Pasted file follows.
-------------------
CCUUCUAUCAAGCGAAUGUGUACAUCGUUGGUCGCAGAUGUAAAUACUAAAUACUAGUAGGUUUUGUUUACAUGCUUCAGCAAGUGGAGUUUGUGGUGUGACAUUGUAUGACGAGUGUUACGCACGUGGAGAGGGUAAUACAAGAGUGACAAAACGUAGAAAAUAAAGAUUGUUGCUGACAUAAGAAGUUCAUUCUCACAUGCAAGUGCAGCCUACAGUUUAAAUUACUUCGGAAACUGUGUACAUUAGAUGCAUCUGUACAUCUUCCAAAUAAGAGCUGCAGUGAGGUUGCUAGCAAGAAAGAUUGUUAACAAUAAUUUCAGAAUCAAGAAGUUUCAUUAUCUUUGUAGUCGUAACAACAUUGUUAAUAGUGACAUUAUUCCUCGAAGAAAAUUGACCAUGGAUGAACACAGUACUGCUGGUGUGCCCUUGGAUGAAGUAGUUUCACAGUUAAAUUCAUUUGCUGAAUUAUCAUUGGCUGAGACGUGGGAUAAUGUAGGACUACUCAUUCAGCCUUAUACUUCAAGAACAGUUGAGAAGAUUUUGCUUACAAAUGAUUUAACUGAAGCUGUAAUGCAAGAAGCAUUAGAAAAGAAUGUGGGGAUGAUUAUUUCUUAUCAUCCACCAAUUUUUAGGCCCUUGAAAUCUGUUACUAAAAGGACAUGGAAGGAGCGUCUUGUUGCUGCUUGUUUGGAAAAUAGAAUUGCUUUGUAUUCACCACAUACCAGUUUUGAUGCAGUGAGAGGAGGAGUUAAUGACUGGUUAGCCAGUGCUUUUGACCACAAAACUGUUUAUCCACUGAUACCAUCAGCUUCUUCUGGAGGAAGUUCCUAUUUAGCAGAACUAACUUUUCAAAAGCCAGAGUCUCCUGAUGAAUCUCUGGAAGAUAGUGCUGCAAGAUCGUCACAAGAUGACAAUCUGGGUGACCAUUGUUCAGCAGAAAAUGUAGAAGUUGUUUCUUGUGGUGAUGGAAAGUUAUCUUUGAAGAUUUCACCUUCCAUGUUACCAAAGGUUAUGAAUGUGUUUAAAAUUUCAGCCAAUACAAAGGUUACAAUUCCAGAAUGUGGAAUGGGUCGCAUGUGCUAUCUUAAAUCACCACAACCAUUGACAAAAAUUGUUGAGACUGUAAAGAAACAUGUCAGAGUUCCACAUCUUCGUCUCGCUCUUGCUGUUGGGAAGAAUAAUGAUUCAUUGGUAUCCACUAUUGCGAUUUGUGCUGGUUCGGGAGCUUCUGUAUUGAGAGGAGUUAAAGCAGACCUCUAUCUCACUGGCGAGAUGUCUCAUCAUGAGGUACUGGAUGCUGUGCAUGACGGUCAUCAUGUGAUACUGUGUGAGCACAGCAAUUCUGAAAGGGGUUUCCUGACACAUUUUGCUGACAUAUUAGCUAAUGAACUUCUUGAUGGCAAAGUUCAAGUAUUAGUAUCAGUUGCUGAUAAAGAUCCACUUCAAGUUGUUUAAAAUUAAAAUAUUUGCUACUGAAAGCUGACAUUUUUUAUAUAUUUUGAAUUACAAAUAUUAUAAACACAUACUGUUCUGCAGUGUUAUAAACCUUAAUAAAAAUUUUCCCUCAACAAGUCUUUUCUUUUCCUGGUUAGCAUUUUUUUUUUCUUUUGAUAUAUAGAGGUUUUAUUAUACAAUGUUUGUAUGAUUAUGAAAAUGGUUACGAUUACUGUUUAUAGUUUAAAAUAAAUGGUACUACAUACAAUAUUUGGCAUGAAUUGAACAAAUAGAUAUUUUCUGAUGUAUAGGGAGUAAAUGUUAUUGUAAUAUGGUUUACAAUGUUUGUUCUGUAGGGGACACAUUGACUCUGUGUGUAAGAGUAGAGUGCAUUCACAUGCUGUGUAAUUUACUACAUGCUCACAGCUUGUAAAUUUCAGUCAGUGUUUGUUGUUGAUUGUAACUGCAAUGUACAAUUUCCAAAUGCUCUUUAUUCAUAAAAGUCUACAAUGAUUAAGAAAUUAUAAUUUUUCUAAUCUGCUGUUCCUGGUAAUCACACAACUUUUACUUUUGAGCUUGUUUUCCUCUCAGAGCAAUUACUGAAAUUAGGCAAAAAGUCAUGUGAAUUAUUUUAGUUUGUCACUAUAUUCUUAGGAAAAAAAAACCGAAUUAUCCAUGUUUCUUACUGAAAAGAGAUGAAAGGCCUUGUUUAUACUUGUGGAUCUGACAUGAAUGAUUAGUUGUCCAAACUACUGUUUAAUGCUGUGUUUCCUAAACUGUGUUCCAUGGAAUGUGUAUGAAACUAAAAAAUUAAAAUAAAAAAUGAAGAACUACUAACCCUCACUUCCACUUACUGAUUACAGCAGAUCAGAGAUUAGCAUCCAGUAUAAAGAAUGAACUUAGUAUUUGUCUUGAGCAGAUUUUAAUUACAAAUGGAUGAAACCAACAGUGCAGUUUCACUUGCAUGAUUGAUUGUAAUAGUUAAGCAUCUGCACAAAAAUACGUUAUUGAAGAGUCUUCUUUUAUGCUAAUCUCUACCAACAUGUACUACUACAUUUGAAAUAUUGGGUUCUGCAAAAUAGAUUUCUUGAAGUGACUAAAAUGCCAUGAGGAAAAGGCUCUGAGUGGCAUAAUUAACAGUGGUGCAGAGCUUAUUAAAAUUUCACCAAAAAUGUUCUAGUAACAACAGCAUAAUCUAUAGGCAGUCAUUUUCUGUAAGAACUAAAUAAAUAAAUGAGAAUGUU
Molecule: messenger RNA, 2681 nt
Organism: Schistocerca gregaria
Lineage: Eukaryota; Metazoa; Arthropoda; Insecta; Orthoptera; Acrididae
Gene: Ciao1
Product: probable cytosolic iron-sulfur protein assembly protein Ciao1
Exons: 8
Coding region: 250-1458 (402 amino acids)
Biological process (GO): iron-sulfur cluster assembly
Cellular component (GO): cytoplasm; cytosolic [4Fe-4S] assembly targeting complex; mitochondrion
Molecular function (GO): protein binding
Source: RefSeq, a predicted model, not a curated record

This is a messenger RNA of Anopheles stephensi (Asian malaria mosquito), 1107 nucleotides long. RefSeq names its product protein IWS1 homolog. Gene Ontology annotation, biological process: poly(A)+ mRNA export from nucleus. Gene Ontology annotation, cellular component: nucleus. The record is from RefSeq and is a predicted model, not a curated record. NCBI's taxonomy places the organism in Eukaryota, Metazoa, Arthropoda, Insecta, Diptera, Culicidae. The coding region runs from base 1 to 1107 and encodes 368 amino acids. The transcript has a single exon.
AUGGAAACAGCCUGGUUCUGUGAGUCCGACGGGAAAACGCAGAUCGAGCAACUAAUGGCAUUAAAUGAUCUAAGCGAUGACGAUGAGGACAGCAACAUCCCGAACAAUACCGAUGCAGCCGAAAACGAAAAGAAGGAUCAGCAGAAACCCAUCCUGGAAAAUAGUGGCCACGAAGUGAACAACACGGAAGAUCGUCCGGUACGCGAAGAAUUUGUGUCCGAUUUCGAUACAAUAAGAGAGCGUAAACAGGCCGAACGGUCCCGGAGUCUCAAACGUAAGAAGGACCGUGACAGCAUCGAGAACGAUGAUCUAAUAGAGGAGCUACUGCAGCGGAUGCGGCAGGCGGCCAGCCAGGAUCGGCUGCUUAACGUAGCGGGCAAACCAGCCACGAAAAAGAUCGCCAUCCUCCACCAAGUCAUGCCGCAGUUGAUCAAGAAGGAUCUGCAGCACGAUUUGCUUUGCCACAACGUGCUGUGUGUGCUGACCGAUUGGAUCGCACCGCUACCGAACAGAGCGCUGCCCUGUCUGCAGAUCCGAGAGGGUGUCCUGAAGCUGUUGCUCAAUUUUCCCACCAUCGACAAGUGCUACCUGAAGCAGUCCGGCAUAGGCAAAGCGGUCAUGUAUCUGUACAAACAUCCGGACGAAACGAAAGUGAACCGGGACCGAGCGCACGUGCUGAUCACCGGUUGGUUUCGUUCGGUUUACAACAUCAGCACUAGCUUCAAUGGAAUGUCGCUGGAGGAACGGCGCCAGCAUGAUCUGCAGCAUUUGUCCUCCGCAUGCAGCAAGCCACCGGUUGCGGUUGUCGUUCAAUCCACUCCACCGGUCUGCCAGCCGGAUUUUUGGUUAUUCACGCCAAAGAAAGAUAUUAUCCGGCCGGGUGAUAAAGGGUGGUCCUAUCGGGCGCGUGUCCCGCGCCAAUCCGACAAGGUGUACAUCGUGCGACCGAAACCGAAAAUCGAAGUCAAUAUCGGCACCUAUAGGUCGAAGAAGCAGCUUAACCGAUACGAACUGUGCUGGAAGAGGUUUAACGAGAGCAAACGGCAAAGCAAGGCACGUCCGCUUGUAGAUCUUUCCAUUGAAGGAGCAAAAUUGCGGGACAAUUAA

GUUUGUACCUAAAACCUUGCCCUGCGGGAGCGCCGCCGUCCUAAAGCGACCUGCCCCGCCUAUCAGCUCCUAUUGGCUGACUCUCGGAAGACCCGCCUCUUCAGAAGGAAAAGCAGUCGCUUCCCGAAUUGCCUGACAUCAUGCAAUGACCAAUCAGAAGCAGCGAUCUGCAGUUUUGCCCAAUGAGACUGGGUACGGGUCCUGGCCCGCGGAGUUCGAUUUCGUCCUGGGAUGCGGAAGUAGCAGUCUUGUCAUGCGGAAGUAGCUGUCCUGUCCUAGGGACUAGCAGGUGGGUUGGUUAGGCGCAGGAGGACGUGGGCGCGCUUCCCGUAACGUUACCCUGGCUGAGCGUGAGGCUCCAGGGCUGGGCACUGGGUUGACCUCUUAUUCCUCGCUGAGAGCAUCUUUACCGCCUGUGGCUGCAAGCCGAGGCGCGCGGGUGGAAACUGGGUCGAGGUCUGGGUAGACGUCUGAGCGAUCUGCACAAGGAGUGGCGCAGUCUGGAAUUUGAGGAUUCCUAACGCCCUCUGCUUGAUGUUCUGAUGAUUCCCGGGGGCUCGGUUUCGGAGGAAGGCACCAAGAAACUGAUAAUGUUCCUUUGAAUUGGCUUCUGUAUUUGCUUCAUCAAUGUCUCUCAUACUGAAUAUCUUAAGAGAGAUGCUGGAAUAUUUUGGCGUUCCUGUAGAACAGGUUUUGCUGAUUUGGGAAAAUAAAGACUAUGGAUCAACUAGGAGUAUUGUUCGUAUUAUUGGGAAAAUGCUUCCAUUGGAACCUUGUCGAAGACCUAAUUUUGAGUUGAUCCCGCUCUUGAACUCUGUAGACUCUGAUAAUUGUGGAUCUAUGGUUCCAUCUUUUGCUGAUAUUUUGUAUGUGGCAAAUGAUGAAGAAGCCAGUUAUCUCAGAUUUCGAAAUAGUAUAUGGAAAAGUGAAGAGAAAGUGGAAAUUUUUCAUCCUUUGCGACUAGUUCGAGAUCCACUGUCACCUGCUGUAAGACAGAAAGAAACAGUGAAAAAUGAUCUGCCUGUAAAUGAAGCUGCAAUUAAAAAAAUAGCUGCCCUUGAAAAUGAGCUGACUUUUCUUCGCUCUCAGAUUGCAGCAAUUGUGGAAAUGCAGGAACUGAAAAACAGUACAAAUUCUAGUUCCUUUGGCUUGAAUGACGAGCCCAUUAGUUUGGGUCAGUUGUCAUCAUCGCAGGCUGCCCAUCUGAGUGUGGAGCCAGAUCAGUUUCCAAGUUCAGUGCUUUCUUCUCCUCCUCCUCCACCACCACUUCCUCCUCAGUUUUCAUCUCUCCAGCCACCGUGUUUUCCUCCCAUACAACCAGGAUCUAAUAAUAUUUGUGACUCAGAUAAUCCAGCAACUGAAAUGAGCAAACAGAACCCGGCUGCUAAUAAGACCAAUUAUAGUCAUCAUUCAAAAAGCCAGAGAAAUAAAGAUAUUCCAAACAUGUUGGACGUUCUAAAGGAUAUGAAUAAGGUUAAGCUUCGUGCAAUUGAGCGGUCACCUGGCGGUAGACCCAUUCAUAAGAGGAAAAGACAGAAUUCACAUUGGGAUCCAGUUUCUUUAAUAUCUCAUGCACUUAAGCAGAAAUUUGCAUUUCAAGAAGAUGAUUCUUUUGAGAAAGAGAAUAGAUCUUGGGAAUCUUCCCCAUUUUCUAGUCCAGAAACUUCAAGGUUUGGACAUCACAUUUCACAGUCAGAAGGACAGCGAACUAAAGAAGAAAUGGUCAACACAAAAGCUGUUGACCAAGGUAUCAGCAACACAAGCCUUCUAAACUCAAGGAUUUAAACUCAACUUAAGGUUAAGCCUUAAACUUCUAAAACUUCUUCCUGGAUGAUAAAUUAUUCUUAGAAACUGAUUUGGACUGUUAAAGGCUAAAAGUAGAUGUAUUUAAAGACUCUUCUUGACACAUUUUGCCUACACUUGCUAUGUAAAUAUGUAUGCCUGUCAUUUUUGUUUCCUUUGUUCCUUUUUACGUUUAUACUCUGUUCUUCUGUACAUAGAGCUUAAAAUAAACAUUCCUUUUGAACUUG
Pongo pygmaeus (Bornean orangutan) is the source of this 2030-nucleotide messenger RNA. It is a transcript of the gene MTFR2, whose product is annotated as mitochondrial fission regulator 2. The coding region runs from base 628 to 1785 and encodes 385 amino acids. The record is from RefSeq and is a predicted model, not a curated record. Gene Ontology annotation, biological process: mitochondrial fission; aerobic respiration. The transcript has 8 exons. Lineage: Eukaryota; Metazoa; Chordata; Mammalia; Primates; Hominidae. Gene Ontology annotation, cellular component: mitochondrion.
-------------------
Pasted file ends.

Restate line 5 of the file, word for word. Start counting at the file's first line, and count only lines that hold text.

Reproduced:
Gene: Ciao1